There are three ways that water wars between states may be resolved:
- The U.S. Congress may pass a law dividing up water rights.
- The U.S. Supreme Court can use federal common law on interstate water allocation.
- States can negotiate compacts that divide up the water rights between them, with Congressional approval.
These legal mechanisms matter to farmers because they affect how much water farmers may get. In recent years, interstate disputes have forced some farmers to stop irrigating.
Of the three legal approaches, Congress has allocated interstate waters only two times, once in 1928 (between Arizona and California) and once in 1990 (between California, Nevada and the Piute Tribe). Congress usually doesn’t get involved because water disputes are local and the political process is full of pitfalls. Many states don’t trust the federal government to resolve their problems.
The U.S. Supreme Court is actually the last resort in water wars between states, or between states and Native American tribes. But again, many states don’t trust the court and don’t want to spend the millions and millions of dollars it takes to litigate a case in the Supreme Court.
So, compacts negotiated between the various states and tribes claiming water from a river basin have become the preferred approach.
Since 1950, various states in the U.S. have entered into 26 compacts to allocate water between them, particularly in the western half of the country.
The first compact is still one of the most important and contentious – the 1922 Colorado River Compact between Colorado, Wyoming, Utah, New Mexico, Arizona, Nevada and California. But it was not until 1944 that the last state, Arizona, signed the compact, and they still weren’t happy. In 1952, Arizona asked the U.S. Supreme Court to give them more water and California less. Finally in 1963, the Court gave Arizona what it wanted, 2.8 million acre feet (maf) of water a year. California got 4.4 maf and Nevada got 300,000 af a year from the Court.
As with most compacts, one of the primary goals was to ensure adequate water for irrigation projects, with secondary concerns for drinking water, industry, recreation, and (later) for the environment. The Colorado River Compact, for example, supplies huge amounts of water to California’s industrialized farming enterprises. Despite California’s huge population and industry, 85 percent of the water in the state goes to irrigation. The state’s Central and Imperial Valleys produce much of the nation’s fruits, vegetables and cotton.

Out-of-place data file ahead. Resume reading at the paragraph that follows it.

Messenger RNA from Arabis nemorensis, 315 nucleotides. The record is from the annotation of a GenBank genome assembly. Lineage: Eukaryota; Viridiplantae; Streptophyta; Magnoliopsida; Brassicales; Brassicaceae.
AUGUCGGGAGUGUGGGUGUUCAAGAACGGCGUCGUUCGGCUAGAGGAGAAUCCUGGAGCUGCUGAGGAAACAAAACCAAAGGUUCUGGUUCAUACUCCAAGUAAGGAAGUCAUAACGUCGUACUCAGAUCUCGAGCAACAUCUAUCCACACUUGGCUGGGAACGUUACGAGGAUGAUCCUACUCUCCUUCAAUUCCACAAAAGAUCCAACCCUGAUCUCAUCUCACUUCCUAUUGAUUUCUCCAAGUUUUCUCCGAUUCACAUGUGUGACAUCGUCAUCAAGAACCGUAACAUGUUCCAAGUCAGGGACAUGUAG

Other water wars and compacts involve Washington state, Oregon, Idaho, Missouri, Iowa, both North and South Dakota, both North and South Carolina, Georgia, Alabama, Florida, Maryland, Virginia, New Hampshire, Connecticut and the Great Lakes states of Illinois, Minnesota and Michigan. Nebraska is periodically fighting with Colorado, Wyoming and Kansas over various compacts.
In the fight with Kansas over the Republican River basin, Nebraska has had to take extraordinary measures to meet its water obligations.
The Republican River basin starts on the plains of eastern Colorado, runs through southern Nebraska and then into Kansas. The compact goes back to 1943 when the states agreed that Nebraska should be able to use 49 percent of the water in the basin, Kansas got 40 percent and Colorado got 11 percent.
The Harlan County Reservoir was built in south central Nebraska in 1952 and was designed to hold 840,00 acre feet of water. But in recent years, the reservoir is holding only 37 percent of its capacity. Between 2003 and 2006, the reservoir was unable to supply any irrigation water at all, the first time that’s happened since the ’50s.
Kansas says the reason is that so many groundwater wells have been drilled in Nebraska that the Republican River is being sucked dry. Nebraska first tried to deny that groundwater pumping had any impact on surface water supplies. But hydrologists and the U.S. Supreme Court disagreed.
So, now, the Nebraska legislature and Natural Resource Districts are moving to halt new groundwater irrigation development. There are proposals to pay farmers not to irrigate – in essence buying water from farmers to ship to Kansas. Other plans would buy water and store it in other reservoirs until it’s needed.
The state is literally trying everything it can think of. Saltcedar is a large shrub that was introduced from Asia in the early 1800s. It grows prolifically along riverbanks, including the Republican. The problem is that it sucks a lot of water out of the river, accumulates salt in its branches and then releases that salt back into the soil killing native species. Because it uses so much water, Nebraska is paying $75,000 to have Saltcedars killed along the Republican, hoping to save water to meet its compact obligations.
Written by Bill Ganzel, the Ganzel Group. First published in 2006. A partial bibliography of sources is here.